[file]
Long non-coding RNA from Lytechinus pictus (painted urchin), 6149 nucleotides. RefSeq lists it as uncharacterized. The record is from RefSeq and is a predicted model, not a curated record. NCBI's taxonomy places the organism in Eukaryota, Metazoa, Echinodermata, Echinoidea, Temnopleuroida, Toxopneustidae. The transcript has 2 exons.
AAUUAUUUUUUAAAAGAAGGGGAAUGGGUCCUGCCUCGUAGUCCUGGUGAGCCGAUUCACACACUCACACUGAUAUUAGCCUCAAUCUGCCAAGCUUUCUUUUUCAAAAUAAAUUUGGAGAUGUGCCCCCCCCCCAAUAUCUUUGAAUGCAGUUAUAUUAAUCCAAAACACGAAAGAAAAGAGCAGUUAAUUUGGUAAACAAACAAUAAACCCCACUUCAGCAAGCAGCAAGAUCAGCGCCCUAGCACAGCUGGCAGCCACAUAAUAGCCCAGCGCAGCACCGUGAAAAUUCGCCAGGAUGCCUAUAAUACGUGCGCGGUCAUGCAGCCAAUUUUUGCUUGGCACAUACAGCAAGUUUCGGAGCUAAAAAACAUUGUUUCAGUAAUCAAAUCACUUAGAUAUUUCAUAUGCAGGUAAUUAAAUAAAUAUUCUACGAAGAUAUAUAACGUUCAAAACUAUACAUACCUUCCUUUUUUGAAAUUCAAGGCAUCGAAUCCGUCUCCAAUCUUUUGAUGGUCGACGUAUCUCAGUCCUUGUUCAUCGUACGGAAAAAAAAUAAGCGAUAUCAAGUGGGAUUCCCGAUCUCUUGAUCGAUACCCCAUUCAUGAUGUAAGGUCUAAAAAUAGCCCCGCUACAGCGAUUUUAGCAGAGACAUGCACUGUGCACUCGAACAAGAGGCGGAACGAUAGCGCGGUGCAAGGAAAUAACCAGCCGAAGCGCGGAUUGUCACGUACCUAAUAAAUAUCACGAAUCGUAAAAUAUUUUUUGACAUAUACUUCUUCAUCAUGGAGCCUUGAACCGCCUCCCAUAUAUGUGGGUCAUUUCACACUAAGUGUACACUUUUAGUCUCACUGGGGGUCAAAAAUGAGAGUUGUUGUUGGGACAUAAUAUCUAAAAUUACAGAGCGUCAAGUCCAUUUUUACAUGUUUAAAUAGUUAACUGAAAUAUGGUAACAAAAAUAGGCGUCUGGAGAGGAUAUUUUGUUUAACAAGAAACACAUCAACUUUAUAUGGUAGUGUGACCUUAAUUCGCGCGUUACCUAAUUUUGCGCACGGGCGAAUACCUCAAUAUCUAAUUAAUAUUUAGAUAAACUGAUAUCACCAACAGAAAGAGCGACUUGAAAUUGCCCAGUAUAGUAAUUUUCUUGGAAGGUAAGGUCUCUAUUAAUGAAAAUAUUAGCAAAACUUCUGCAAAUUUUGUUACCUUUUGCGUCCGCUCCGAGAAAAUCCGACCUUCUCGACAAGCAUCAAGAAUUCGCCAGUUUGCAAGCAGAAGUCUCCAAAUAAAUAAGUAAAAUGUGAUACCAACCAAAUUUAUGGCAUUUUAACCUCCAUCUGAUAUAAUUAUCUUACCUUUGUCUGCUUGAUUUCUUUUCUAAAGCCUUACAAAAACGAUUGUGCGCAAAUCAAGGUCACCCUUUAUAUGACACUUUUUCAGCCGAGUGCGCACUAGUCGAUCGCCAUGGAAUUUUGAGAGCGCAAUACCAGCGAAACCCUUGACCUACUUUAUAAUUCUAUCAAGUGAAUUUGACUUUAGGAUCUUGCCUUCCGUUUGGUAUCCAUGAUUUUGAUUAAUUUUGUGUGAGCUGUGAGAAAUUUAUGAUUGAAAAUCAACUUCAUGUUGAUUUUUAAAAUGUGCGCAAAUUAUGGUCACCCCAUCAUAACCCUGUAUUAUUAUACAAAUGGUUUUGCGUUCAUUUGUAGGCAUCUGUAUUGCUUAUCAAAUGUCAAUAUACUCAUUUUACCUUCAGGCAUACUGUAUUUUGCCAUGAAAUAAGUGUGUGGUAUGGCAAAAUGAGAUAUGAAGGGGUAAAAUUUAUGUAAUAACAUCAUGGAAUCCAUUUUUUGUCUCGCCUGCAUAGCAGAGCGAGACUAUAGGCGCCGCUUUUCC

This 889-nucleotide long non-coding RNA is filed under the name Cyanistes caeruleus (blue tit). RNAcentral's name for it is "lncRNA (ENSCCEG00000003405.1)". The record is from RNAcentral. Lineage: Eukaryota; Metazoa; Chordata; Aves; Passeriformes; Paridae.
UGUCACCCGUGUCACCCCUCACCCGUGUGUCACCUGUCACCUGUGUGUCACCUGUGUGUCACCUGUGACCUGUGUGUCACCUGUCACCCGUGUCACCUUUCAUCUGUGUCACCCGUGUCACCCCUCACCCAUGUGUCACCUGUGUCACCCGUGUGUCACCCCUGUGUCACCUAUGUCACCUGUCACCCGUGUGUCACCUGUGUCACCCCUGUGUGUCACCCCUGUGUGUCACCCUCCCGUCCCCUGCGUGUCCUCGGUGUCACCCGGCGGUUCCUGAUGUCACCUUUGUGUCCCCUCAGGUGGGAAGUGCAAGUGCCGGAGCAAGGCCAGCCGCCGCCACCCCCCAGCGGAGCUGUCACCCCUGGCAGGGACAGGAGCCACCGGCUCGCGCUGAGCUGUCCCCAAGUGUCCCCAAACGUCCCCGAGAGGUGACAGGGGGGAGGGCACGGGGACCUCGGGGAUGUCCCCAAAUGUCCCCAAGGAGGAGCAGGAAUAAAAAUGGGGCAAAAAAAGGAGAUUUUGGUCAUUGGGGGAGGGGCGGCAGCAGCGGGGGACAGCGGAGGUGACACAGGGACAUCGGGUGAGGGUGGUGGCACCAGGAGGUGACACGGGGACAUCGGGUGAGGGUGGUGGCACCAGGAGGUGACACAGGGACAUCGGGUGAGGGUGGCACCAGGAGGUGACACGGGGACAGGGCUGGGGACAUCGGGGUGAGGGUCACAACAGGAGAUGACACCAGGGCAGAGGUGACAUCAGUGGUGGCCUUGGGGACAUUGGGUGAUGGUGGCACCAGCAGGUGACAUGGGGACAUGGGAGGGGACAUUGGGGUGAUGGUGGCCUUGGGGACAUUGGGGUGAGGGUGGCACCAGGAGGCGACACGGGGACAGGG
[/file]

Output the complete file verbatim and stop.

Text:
Long non-coding RNA from Lytechinus pictus (painted urchin), 6149 nucleotides. RefSeq lists it as uncharacterized. The record is from RefSeq and is a predicted model, not a curated record. NCBI's taxonomy places the organism in Eukaryota, Metazoa, Echinodermata, Echinoidea, Temnopleuroida, Toxopneustidae. The transcript has 2 exons.
AAUUAUUUUUUAAAAGAAGGGGAAUGGGUCCUGCCUCGUAGUCCUGGUGAGCCGAUUCACACACUCACACUGAUAUUAGCCUCAAUCUGCCAAGCUUUCUUUUUCAAAAUAAAUUUGGAGAUGUGCCCCCCCCCCAAUAUCUUUGAAUGCAGUUAUAUUAAUCCAAAACACGAAAGAAAAGAGCAGUUAAUUUGGUAAACAAACAAUAAACCCCACUUCAGCAAGCAGCAAGAUCAGCGCCCUAGCACAGCUGGCAGCCACAUAAUAGCCCAGCGCAGCACCGUGAAAAUUCGCCAGGAUGCCUAUAAUACGUGCGCGGUCAUGCAGCCAAUUUUUGCUUGGCACAUACAGCAAGUUUCGGAGCUAAAAAACAUUGUUUCAGUAAUCAAAUCACUUAGAUAUUUCAUAUGCAGGUAAUUAAAUAAAUAUUCUACGAAGAUAUAUAACGUUCAAAACUAUACAUACCUUCCUUUUUUGAAAUUCAAGGCAUCGAAUCCGUCUCCAAUCUUUUGAUGGUCGACGUAUCUCAGUCCUUGUUCAUCGUACGGAAAAAAAAUAAGCGAUAUCAAGUGGGAUUCCCGAUCUCUUGAUCGAUACCCCAUUCAUGAUGUAAGGUCUAAAAAUAGCCCCGCUACAGCGAUUUUAGCAGAGACAUGCACUGUGCACUCGAACAAGAGGCGGAACGAUAGCGCGGUGCAAGGAAAUAACCAGCCGAAGCGCGGAUUGUCACGUACCUAAUAAAUAUCACGAAUCGUAAAAUAUUUUUUGACAUAUACUUCUUCAUCAUGGAGCCUUGAACCGCCUCCCAUAUAUGUGGGUCAUUUCACACUAAGUGUACACUUUUAGUCUCACUGGGGGUCAAAAAUGAGAGUUGUUGUUGGGACAUAAUAUCUAAAAUUACAGAGCGUCAAGUCCAUUUUUACAUGUUUAAAUAGUUAACUGAAAUAUGGUAACAAAAAUAGGCGUCUGGAGAGGAUAUUUUGUUUAACAAGAAACACAUCAACUUUAUAUGGUAGUGUGACCUUAAUUCGCGCGUUACCUAAUUUUGCGCACGGGCGAAUACCUCAAUAUCUAAUUAAUAUUUAGAUAAACUGAUAUCACCAACAGAAAGAGCGACUUGAAAUUGCCCAGUAUAGUAAUUUUCUUGGAAGGUAAGGUCUCUAUUAAUGAAAAUAUUAGCAAAACUUCUGCAAAUUUUGUUACCUUUUGCGUCCGCUCCGAGAAAAUCCGACCUUCUCGACAAGCAUCAAGAAUUCGCCAGUUUGCAAGCAGAAGUCUCCAAAUAAAUAAGUAAAAUGUGAUACCAACCAAAUUUAUGGCAUUUUAACCUCCAUCUGAUAUAAUUAUCUUACCUUUGUCUGCUUGAUUUCUUUUCUAAAGCCUUACAAAAACGAUUGUGCGCAAAUCAAGGUCACCCUUUAUAUGACACUUUUUCAGCCGAGUGCGCACUAGUCGAUCGCCAUGGAAUUUUGAGAGCGCAAUACCAGCGAAACCCUUGACCUACUUUAUAAUUCUAUCAAGUGAAUUUGACUUUAGGAUCUUGCCUUCCGUUUGGUAUCCAUGAUUUUGAUUAAUUUUGUGUGAGCUGUGAGAAAUUUAUGAUUGAAAAUCAACUUCAUGUUGAUUUUUAAAAUGUGCGCAAAUUAUGGUCACCCCAUCAUAACCCUGUAUUAUUAUACAAAUGGUUUUGCGUUCAUUUGUAGGCAUCUGUAUUGCUUAUCAAAUGUCAAUAUACUCAUUUUACCUUCAGGCAUACUGUAUUUUGCCAUGAAAUAAGUGUGUGGUAUGGCAAAAUGAGAUAUGAAGGGGUAAAAUUUAUGUAAUAACAUCAUGGAAUCCAUUUUUUGUCUCGCCUGCAUAGCAGAGCGAGACUAUAGGCGCCGCUUUUCC

This 889-nucleotide long non-coding RNA is filed under the name Cyanistes caeruleus (blue tit). RNAcentral's name for it is "lncRNA (ENSCCEG00000003405.1)". The record is from RNAcentral. Lineage: Eukaryota; Metazoa; Chordata; Aves; Passeriformes; Paridae.
UGUCACCCGUGUCACCCCUCACCCGUGUGUCACCUGUCACCUGUGUGUCACCUGUGUGUCACCUGUGACCUGUGUGUCACCUGUCACCCGUGUCACCUUUCAUCUGUGUCACCCGUGUCACCCCUCACCCAUGUGUCACCUGUGUCACCCGUGUGUCACCCCUGUGUCACCUAUGUCACCUGUCACCCGUGUGUCACCUGUGUCACCCCUGUGUGUCACCCCUGUGUGUCACCCUCCCGUCCCCUGCGUGUCCUCGGUGUCACCCGGCGGUUCCUGAUGUCACCUUUGUGUCCCCUCAGGUGGGAAGUGCAAGUGCCGGAGCAAGGCCAGCCGCCGCCACCCCCCAGCGGAGCUGUCACCCCUGGCAGGGACAGGAGCCACCGGCUCGCGCUGAGCUGUCCCCAAGUGUCCCCAAACGUCCCCGAGAGGUGACAGGGGGGAGGGCACGGGGACCUCGGGGAUGUCCCCAAAUGUCCCCAAGGAGGAGCAGGAAUAAAAAUGGGGCAAAAAAAGGAGAUUUUGGUCAUUGGGGGAGGGGCGGCAGCAGCGGGGGACAGCGGAGGUGACACAGGGACAUCGGGUGAGGGUGGUGGCACCAGGAGGUGACACGGGGACAUCGGGUGAGGGUGGUGGCACCAGGAGGUGACACAGGGACAUCGGGUGAGGGUGGCACCAGGAGGUGACACGGGGACAGGGCUGGGGACAUCGGGGUGAGGGUCACAACAGGAGAUGACACCAGGGCAGAGGUGACAUCAGUGGUGGCCUUGGGGACAUUGGGUGAUGGUGGCACCAGCAGGUGACAUGGGGACAUGGGAGGGGACAUUGGGGUGAUGGUGGCCUUGGGGACAUUGGGGUGAGGGUGGCACCAGGAGGCGACACGGGGACAGGG